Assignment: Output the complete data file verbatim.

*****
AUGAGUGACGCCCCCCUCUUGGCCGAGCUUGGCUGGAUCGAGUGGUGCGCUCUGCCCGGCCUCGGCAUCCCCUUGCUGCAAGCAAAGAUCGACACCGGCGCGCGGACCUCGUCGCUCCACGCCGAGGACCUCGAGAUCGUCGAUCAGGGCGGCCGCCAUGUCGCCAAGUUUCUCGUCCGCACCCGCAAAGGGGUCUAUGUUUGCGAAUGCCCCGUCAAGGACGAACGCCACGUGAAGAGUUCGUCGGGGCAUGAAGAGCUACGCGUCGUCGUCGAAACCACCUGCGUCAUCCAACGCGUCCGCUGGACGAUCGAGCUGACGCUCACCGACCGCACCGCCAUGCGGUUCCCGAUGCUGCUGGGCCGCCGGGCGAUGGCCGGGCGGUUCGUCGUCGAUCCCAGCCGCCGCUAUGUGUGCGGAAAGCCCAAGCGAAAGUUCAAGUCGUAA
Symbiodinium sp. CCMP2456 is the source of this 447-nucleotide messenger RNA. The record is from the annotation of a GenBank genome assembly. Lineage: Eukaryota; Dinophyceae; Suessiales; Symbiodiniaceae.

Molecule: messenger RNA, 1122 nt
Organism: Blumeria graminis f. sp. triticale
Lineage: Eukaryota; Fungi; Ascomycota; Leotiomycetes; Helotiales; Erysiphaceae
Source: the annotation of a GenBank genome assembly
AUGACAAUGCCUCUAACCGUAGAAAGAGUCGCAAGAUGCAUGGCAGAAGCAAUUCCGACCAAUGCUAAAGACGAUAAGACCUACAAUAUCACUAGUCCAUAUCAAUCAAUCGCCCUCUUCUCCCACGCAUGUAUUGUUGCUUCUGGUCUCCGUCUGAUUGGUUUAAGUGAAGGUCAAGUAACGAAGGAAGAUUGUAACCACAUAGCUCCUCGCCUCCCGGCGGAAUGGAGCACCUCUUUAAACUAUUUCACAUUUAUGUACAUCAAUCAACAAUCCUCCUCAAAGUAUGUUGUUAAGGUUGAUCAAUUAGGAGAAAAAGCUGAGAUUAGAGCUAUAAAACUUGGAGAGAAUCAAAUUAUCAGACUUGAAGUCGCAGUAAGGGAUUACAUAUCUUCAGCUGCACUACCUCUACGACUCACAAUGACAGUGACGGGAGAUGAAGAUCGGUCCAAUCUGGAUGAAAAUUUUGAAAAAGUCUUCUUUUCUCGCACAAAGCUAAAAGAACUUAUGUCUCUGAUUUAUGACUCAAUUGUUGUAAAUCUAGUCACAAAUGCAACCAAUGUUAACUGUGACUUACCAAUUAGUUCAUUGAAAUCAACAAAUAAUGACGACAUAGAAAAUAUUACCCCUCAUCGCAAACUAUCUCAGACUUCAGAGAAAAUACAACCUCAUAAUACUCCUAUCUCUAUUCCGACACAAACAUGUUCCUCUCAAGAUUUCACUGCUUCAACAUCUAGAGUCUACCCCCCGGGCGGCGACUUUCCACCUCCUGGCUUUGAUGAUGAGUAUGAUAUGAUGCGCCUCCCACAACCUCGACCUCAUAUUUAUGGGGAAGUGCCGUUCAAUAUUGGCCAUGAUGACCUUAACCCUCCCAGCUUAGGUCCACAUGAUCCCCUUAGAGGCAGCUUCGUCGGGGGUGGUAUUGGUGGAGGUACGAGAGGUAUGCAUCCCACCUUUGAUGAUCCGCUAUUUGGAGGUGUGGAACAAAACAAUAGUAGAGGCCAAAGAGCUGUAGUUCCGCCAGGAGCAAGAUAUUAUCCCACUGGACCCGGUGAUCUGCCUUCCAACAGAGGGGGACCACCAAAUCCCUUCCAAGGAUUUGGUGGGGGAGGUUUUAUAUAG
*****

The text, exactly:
AUGAGUGACGCCCCCCUCUUGGCCGAGCUUGGCUGGAUCGAGUGGUGCGCUCUGCCCGGCCUCGGCAUCCCCUUGCUGCAAGCAAAGAUCGACACCGGCGCGCGGACCUCGUCGCUCCACGCCGAGGACCUCGAGAUCGUCGAUCAGGGCGGCCGCCAUGUCGCCAAGUUUCUCGUCCGCACCCGCAAAGGGGUCUAUGUUUGCGAAUGCCCCGUCAAGGACGAACGCCACGUGAAGAGUUCGUCGGGGCAUGAAGAGCUACGCGUCGUCGUCGAAACCACCUGCGUCAUCCAACGCGUCCGCUGGACGAUCGAGCUGACGCUCACCGACCGCACCGCCAUGCGGUUCCCGAUGCUGCUGGGCCGCCGGGCGAUGGCCGGGCGGUUCGUCGUCGAUCCCAGCCGCCGCUAUGUGUGCGGAAAGCCCAAGCGAAAGUUCAAGUCGUAA
Symbiodinium sp. CCMP2456 is the source of this 447-nucleotide messenger RNA. The record is from the annotation of a GenBank genome assembly. Lineage: Eukaryota; Dinophyceae; Suessiales; Symbiodiniaceae.

Molecule: messenger RNA, 1122 nt
Organism: Blumeria graminis f. sp. triticale
Lineage: Eukaryota; Fungi; Ascomycota; Leotiomycetes; Helotiales; Erysiphaceae
Source: the annotation of a GenBank genome assembly
AUGACAAUGCCUCUAACCGUAGAAAGAGUCGCAAGAUGCAUGGCAGAAGCAAUUCCGACCAAUGCUAAAGACGAUAAGACCUACAAUAUCACUAGUCCAUAUCAAUCAAUCGCCCUCUUCUCCCACGCAUGUAUUGUUGCUUCUGGUCUCCGUCUGAUUGGUUUAAGUGAAGGUCAAGUAACGAAGGAAGAUUGUAACCACAUAGCUCCUCGCCUCCCGGCGGAAUGGAGCACCUCUUUAAACUAUUUCACAUUUAUGUACAUCAAUCAACAAUCCUCCUCAAAGUAUGUUGUUAAGGUUGAUCAAUUAGGAGAAAAAGCUGAGAUUAGAGCUAUAAAACUUGGAGAGAAUCAAAUUAUCAGACUUGAAGUCGCAGUAAGGGAUUACAUAUCUUCAGCUGCACUACCUCUACGACUCACAAUGACAGUGACGGGAGAUGAAGAUCGGUCCAAUCUGGAUGAAAAUUUUGAAAAAGUCUUCUUUUCUCGCACAAAGCUAAAAGAACUUAUGUCUCUGAUUUAUGACUCAAUUGUUGUAAAUCUAGUCACAAAUGCAACCAAUGUUAACUGUGACUUACCAAUUAGUUCAUUGAAAUCAACAAAUAAUGACGACAUAGAAAAUAUUACCCCUCAUCGCAAACUAUCUCAGACUUCAGAGAAAAUACAACCUCAUAAUACUCCUAUCUCUAUUCCGACACAAACAUGUUCCUCUCAAGAUUUCACUGCUUCAACAUCUAGAGUCUACCCCCCGGGCGGCGACUUUCCACCUCCUGGCUUUGAUGAUGAGUAUGAUAUGAUGCGCCUCCCACAACCUCGACCUCAUAUUUAUGGGGAAGUGCCGUUCAAUAUUGGCCAUGAUGACCUUAACCCUCCCAGCUUAGGUCCACAUGAUCCCCUUAGAGGCAGCUUCGUCGGGGGUGGUAUUGGUGGAGGUACGAGAGGUAUGCAUCCCACCUUUGAUGAUCCGCUAUUUGGAGGUGUGGAACAAAACAAUAGUAGAGGCCAAAGAGCUGUAGUUCCGCCAGGAGCAAGAUAUUAUCCCACUGGACCCGGUGAUCUGCCUUCCAACAGAGGGGGACCACCAAAUCCCUUCCAAGGAUUUGGUGGGGGAGGUUUUAUAUAG